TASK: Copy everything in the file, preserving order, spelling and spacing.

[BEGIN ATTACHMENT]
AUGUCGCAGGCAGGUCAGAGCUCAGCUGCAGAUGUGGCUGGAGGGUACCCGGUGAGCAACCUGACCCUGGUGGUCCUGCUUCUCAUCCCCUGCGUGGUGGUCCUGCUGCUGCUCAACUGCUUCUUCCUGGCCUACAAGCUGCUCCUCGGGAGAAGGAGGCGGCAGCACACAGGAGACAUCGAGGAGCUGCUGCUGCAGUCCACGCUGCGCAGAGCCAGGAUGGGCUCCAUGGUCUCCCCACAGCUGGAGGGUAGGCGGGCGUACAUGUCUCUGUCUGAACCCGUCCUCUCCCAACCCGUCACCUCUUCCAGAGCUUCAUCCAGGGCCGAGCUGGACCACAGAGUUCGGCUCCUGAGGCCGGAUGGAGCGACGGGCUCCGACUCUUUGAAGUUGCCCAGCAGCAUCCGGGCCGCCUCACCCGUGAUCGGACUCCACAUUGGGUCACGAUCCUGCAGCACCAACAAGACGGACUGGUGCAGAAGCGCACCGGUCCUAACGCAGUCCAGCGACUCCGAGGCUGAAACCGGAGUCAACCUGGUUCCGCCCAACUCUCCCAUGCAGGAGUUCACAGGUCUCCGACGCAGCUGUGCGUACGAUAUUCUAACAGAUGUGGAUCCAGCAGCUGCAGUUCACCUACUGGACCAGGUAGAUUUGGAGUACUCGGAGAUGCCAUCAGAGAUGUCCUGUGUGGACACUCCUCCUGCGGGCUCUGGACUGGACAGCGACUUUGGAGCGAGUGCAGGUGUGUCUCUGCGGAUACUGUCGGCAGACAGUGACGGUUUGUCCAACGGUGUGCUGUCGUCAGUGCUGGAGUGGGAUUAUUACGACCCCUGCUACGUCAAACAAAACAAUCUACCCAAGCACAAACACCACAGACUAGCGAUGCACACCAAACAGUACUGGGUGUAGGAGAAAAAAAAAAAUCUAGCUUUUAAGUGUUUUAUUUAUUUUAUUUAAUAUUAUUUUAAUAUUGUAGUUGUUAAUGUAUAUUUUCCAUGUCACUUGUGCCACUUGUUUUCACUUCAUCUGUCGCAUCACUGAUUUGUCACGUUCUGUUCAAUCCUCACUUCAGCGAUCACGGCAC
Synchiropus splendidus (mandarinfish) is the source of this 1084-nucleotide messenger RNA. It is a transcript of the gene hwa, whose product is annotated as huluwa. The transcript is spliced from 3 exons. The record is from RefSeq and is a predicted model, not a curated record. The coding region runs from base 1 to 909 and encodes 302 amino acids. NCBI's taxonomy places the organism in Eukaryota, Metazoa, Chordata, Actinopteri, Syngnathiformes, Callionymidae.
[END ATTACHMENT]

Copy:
AUGUCGCAGGCAGGUCAGAGCUCAGCUGCAGAUGUGGCUGGAGGGUACCCGGUGAGCAACCUGACCCUGGUGGUCCUGCUUCUCAUCCCCUGCGUGGUGGUCCUGCUGCUGCUCAACUGCUUCUUCCUGGCCUACAAGCUGCUCCUCGGGAGAAGGAGGCGGCAGCACACAGGAGACAUCGAGGAGCUGCUGCUGCAGUCCACGCUGCGCAGAGCCAGGAUGGGCUCCAUGGUCUCCCCACAGCUGGAGGGUAGGCGGGCGUACAUGUCUCUGUCUGAACCCGUCCUCUCCCAACCCGUCACCUCUUCCAGAGCUUCAUCCAGGGCCGAGCUGGACCACAGAGUUCGGCUCCUGAGGCCGGAUGGAGCGACGGGCUCCGACUCUUUGAAGUUGCCCAGCAGCAUCCGGGCCGCCUCACCCGUGAUCGGACUCCACAUUGGGUCACGAUCCUGCAGCACCAACAAGACGGACUGGUGCAGAAGCGCACCGGUCCUAACGCAGUCCAGCGACUCCGAGGCUGAAACCGGAGUCAACCUGGUUCCGCCCAACUCUCCCAUGCAGGAGUUCACAGGUCUCCGACGCAGCUGUGCGUACGAUAUUCUAACAGAUGUGGAUCCAGCAGCUGCAGUUCACCUACUGGACCAGGUAGAUUUGGAGUACUCGGAGAUGCCAUCAGAGAUGUCCUGUGUGGACACUCCUCCUGCGGGCUCUGGACUGGACAGCGACUUUGGAGCGAGUGCAGGUGUGUCUCUGCGGAUACUGUCGGCAGACAGUGACGGUUUGUCCAACGGUGUGCUGUCGUCAGUGCUGGAGUGGGAUUAUUACGACCCCUGCUACGUCAAACAAAACAAUCUACCCAAGCACAAACACCACAGACUAGCGAUGCACACCAAACAGUACUGGGUGUAGGAGAAAAAAAAAAAUCUAGCUUUUAAGUGUUUUAUUUAUUUUAUUUAAUAUUAUUUUAAUAUUGUAGUUGUUAAUGUAUAUUUUCCAUGUCACUUGUGCCACUUGUUUUCACUUCAUCUGUCGCAUCACUGAUUUGUCACGUUCUGUUCAAUCCUCACUUCAGCGAUCACGGCAC
Synchiropus splendidus (mandarinfish) is the source of this 1084-nucleotide messenger RNA. It is a transcript of the gene hwa, whose product is annotated as huluwa. The transcript is spliced from 3 exons. The record is from RefSeq and is a predicted model, not a curated record. The coding region runs from base 1 to 909 and encodes 302 amino acids. NCBI's taxonomy places the organism in Eukaryota, Metazoa, Chordata, Actinopteri, Syngnathiformes, Callionymidae.